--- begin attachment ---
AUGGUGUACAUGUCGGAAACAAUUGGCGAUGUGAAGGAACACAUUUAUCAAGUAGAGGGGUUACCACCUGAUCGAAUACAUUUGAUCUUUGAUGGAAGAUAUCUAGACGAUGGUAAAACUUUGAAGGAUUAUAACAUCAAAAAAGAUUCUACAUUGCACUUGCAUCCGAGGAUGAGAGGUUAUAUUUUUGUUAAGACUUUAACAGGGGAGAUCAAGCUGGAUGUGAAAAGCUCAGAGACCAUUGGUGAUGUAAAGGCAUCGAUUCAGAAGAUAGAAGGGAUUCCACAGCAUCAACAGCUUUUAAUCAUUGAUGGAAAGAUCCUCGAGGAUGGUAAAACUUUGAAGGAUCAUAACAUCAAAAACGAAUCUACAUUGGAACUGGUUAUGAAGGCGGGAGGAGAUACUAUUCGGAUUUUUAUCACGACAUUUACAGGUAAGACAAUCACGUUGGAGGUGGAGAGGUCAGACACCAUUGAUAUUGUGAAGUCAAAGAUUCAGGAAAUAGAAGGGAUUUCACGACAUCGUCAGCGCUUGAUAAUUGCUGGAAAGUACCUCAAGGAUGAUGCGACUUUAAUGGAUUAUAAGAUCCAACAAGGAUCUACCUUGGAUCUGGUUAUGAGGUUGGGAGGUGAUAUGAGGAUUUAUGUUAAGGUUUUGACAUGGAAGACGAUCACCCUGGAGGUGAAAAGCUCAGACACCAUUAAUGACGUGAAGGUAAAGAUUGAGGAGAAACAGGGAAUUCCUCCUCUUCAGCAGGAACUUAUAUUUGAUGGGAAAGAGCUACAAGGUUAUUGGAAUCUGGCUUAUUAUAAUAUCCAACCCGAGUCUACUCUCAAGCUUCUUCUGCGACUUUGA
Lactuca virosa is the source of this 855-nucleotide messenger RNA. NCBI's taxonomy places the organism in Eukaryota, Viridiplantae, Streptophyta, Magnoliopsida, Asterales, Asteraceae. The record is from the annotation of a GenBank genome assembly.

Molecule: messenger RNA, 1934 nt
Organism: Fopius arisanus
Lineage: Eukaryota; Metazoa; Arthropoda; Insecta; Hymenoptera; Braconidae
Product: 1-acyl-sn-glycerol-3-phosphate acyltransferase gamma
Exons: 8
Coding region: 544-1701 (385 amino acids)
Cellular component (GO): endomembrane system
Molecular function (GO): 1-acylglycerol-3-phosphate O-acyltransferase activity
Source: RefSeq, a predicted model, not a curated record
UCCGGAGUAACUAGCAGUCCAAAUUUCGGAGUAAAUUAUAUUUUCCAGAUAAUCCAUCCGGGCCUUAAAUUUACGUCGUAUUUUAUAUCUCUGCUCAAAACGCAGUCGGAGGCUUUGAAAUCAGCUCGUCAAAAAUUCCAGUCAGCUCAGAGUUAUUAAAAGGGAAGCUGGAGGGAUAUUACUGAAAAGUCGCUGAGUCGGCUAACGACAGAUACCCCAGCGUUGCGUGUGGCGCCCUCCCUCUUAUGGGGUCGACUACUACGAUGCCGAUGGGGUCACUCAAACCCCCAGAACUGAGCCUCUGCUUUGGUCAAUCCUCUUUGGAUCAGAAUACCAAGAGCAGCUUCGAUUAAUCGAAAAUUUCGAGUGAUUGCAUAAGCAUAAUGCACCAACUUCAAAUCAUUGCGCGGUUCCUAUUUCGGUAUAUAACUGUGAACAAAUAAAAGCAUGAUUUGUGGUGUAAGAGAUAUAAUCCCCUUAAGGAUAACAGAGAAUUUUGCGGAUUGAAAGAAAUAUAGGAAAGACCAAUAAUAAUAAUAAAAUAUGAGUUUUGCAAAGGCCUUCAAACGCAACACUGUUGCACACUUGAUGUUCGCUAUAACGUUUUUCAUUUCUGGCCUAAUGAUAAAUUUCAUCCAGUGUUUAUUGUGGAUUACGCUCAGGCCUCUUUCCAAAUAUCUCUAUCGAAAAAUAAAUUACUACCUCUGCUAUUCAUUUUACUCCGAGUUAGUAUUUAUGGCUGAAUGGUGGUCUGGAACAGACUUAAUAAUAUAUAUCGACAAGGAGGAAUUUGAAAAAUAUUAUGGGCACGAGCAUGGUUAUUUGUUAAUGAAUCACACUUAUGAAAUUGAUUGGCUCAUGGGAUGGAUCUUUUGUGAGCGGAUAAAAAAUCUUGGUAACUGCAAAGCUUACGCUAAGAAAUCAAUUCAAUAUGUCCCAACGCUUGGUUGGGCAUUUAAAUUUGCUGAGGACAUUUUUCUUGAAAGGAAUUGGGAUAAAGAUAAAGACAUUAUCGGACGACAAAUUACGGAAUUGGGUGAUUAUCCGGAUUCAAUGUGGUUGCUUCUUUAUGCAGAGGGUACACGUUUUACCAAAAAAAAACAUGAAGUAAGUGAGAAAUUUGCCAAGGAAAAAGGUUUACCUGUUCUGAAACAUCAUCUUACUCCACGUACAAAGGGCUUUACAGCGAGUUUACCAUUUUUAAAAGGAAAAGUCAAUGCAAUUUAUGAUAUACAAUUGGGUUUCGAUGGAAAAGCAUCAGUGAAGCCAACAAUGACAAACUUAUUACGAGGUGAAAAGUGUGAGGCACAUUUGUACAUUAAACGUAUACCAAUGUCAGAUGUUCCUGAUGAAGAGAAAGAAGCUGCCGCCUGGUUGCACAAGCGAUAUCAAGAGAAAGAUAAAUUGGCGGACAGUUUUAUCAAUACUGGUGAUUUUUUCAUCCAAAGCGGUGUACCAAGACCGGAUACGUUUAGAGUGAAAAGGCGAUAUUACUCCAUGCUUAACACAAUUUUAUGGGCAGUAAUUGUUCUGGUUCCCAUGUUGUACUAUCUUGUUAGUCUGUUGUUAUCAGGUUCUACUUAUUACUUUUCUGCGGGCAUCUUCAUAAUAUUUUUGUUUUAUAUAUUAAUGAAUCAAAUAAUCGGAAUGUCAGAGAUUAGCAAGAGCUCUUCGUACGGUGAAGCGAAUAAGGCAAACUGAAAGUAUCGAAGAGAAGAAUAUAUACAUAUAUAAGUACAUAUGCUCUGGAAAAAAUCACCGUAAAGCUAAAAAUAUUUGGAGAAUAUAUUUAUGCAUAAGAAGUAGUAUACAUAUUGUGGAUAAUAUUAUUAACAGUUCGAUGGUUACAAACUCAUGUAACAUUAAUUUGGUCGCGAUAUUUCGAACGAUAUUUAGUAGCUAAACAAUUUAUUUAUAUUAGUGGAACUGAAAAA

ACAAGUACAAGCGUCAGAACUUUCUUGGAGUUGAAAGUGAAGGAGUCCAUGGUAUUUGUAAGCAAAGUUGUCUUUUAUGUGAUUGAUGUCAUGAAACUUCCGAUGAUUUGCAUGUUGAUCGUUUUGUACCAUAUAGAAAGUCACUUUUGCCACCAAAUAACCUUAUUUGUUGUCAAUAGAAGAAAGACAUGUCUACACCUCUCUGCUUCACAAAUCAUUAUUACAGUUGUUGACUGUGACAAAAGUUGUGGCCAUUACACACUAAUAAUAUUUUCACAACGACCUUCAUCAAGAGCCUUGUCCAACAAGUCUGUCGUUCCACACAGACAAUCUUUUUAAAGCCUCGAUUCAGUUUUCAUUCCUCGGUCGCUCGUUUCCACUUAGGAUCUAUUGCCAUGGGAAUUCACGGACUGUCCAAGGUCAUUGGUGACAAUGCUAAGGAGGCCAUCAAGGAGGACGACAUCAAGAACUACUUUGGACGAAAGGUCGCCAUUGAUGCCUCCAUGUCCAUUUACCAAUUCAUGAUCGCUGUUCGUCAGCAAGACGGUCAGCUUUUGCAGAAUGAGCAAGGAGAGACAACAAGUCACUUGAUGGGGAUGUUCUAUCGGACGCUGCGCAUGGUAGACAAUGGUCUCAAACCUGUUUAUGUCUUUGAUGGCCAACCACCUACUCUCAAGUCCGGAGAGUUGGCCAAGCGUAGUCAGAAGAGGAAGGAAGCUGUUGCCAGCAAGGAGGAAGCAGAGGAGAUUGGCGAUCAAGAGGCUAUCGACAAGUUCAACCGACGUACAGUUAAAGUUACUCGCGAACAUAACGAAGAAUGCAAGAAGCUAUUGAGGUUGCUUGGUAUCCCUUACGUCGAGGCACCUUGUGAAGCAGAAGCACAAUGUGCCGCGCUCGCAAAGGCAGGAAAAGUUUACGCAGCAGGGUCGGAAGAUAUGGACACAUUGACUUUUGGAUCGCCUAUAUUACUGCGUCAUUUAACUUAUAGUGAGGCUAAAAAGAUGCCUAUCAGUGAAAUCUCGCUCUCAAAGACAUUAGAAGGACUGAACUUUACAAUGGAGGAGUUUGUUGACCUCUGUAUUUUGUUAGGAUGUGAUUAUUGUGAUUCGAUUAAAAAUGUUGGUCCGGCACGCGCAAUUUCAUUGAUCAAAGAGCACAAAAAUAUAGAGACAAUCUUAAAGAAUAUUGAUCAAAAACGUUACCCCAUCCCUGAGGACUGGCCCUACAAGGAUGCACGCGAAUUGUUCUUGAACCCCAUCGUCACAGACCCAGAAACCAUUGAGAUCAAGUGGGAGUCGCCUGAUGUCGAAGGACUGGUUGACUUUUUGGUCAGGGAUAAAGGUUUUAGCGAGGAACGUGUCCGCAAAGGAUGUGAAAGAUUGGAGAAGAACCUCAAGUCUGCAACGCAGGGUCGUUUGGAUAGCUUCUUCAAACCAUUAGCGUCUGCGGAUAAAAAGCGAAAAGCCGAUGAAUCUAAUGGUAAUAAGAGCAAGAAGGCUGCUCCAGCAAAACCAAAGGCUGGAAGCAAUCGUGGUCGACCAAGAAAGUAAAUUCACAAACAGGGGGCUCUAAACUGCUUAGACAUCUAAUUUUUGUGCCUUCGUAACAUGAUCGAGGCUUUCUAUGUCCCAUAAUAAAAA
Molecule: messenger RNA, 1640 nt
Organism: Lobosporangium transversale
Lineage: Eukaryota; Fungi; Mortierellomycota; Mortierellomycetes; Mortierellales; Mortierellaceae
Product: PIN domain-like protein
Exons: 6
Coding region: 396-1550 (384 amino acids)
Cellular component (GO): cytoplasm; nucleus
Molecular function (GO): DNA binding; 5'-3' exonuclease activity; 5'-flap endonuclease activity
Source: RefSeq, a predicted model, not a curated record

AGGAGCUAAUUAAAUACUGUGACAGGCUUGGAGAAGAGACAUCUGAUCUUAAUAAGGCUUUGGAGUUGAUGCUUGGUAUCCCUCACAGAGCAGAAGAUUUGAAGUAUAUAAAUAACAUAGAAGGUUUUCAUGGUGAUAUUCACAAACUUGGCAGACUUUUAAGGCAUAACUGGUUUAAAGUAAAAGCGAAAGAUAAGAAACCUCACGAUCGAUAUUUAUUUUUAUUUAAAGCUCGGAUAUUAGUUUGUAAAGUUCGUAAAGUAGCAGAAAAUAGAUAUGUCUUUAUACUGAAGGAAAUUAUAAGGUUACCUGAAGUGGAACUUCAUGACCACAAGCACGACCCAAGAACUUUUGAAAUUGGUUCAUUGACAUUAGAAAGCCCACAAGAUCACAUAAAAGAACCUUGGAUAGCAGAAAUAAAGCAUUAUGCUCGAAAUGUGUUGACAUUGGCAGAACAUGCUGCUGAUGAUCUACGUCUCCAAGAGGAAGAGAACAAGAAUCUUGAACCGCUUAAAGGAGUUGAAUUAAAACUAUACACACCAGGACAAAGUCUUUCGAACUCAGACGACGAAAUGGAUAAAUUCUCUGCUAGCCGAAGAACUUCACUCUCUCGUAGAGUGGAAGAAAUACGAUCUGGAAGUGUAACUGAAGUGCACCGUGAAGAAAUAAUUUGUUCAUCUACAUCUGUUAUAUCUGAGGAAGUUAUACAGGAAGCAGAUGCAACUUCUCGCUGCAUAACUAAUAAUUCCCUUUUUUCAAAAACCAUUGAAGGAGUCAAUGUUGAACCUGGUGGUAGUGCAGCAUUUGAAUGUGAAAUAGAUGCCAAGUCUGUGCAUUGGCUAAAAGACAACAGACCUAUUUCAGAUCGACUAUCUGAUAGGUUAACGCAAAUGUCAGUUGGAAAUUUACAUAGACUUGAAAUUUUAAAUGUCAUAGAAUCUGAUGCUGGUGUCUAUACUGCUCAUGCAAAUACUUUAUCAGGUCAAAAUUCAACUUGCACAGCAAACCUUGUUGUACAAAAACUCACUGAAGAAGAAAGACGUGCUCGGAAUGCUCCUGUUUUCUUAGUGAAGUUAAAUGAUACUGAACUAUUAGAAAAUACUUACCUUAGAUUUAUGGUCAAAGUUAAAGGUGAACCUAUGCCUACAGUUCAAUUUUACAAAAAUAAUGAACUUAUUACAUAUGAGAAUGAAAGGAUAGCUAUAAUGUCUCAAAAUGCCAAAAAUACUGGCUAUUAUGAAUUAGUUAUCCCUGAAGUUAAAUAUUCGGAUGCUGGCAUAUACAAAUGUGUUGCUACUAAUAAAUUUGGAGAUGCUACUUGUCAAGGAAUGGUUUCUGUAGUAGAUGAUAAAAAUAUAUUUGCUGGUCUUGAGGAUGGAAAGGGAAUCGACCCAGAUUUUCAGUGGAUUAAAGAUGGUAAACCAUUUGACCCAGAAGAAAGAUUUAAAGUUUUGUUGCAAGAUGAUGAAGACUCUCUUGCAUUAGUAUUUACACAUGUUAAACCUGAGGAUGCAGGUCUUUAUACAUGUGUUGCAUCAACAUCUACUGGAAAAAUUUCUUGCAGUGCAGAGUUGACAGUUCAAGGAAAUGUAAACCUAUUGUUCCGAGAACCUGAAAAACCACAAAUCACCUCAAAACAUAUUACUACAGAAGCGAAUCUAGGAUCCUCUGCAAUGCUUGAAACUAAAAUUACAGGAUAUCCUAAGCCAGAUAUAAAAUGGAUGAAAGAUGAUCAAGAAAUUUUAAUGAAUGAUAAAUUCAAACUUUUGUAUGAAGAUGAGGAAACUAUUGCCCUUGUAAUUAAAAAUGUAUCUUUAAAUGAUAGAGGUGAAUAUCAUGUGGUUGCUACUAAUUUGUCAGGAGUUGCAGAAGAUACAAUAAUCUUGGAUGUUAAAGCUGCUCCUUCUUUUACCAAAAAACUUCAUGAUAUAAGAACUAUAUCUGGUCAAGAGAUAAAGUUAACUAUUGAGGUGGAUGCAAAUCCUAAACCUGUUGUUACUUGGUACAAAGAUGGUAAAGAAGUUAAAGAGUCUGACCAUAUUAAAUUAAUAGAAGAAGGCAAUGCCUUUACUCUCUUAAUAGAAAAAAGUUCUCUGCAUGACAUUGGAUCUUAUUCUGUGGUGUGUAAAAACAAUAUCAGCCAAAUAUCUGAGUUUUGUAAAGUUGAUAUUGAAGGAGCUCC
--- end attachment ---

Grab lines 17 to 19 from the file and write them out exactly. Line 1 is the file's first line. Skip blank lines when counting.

Product: PIN domain-like protein
Exons: 6
Coding region: 396-1550 (384 amino acids)